Per the Indians Twitter, the club has placed Yan Gomes on the seven-day concussion disabled list. They added catching depth by acquiring Chris Gimenez from the Rangers for cash considerations.
Gomes was hit in the helmet with a foul tip on Thursday. He told the media he is already feeling better, but it’s always better to be safe than sorry when it comes to head injuries. The 27-year-old has 17 home runs, 53 RBI, and a .284/.324/.477 slash line in 411 plate appearances this season.
The Rangers designated Gimenez for assignment on August 7. In 118 plate appearances for the Rangers, he slashed .262/.331/.355 with 11 RBI. Gimenez will be added to the Indians’ big league roster and will stay there until Gomes is ready to return.
Derek Jeter, part-owner of the Marlins, met with Miami-Dade County mayor Carlos Gimenez on Tuesday afternoon at Marlins Park, Douglas Hanks of the Miami Herald reports. They discussed potentially removing the home run sculpture from the ballpark, something that has been on Jeter’s to-do list since he took over.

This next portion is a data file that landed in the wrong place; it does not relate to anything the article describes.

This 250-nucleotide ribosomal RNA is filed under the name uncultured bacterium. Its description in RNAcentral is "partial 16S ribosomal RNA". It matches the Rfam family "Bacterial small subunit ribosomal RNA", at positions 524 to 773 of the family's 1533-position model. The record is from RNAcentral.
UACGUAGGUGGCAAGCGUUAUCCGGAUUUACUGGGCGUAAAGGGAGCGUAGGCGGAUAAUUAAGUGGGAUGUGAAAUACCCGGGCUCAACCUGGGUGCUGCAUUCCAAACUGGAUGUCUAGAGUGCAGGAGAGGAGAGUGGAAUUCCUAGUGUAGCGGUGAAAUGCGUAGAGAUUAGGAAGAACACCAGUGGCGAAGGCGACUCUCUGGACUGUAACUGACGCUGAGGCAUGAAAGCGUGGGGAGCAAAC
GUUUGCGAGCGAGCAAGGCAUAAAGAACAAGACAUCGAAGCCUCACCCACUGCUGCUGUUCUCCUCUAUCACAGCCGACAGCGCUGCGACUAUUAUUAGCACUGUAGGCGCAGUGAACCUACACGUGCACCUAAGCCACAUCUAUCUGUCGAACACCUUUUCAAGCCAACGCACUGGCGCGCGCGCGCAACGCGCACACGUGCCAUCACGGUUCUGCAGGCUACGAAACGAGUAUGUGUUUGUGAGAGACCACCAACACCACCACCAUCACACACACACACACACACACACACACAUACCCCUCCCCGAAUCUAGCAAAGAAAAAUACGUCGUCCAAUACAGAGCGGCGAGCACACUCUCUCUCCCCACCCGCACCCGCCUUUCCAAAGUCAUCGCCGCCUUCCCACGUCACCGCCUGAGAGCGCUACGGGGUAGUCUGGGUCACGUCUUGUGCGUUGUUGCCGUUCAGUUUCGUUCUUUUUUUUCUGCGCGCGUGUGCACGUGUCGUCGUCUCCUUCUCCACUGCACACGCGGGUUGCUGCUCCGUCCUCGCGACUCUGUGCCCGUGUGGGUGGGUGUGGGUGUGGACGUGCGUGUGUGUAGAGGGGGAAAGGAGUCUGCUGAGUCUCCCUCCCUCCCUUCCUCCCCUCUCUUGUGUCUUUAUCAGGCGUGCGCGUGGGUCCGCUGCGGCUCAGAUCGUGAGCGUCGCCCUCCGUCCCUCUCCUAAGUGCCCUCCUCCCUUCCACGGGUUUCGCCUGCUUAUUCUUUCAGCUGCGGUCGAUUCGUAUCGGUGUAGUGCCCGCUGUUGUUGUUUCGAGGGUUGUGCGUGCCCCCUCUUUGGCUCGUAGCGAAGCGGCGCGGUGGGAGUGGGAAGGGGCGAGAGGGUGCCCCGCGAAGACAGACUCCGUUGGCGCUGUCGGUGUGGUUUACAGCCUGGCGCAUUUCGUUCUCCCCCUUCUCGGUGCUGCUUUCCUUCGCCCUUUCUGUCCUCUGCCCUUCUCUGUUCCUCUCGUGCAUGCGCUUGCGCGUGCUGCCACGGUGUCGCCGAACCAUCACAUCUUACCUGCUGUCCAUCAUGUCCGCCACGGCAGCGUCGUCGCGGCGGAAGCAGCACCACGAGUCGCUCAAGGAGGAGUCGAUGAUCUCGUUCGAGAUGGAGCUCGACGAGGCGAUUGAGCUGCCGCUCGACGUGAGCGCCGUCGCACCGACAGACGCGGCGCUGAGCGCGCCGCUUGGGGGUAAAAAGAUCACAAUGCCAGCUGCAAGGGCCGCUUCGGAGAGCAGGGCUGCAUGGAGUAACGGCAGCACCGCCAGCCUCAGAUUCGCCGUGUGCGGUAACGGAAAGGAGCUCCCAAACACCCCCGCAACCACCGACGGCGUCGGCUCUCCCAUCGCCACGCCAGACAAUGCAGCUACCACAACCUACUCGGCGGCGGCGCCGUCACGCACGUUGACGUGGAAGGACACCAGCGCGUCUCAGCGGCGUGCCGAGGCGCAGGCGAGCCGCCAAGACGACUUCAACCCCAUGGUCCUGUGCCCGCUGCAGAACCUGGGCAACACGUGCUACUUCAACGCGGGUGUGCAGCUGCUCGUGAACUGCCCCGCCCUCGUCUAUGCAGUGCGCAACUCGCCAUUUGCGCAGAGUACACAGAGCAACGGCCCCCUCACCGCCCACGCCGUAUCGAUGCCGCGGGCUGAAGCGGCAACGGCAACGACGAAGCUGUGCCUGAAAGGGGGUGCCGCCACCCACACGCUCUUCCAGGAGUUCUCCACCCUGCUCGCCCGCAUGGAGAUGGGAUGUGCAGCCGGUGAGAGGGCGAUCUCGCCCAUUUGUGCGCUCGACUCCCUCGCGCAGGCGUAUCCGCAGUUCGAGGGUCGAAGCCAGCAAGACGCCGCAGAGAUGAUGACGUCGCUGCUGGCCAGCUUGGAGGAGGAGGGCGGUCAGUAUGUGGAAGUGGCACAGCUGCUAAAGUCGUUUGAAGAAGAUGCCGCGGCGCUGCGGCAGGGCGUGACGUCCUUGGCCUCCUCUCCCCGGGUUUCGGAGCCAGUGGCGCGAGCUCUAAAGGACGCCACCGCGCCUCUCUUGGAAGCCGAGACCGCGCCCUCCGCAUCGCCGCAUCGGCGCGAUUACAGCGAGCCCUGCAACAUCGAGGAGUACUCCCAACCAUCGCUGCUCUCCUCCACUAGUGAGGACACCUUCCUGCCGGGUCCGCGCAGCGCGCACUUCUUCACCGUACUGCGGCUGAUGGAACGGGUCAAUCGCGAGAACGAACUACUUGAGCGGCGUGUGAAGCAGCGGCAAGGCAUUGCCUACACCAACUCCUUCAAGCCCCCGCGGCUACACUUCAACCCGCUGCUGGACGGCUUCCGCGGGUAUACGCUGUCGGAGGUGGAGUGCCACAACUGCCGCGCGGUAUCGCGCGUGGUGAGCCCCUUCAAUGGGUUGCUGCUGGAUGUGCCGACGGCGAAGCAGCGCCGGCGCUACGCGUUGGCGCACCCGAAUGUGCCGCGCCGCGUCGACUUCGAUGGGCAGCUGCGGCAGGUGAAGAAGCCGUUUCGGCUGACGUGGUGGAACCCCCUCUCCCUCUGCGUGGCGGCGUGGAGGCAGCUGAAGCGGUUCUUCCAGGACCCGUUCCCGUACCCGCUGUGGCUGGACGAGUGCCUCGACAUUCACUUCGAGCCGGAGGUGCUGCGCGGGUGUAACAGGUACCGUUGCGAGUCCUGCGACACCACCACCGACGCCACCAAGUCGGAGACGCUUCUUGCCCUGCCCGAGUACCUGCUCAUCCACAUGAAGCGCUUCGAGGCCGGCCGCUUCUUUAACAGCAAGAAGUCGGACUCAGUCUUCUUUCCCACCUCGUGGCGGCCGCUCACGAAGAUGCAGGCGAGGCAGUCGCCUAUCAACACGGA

Gimenez said of the sculpture, “I just don’t think they’re all that crazy about it. I’m not a fan. We’re looking at it. … We’ll see if anything can be done.”
According to Hanks, the sculpture is public property because it was purchased as part of the Art in Public Places program, which requires art to be installed for the public in county-owned buildings. Michael Spring, the cultural chief for Miami-Dade who was present with Jeter and Gimenez on Tuesday, had previously said that the sculpture was “not moveable” and was “permanently installed” because it was designed “specifically” for Marlins Park. On Tuesday, Spring said, “Anything is possible. But it is pretty complicated. And I wanted the mayor and the Marlins to understand how complicated it really was. We got a good look at it today, and they saw how big it was. There’s hydraulics, there’s plumbing, there’s electricity.”
With Jeter having traded Giancarlo Stanton, Marcell Ozuna, and Dee Gordon this offseason, the home run sculpture is arguably one of the last remaining interesting things about the Marlins in 2018. Naturally, he wants to get rid of it.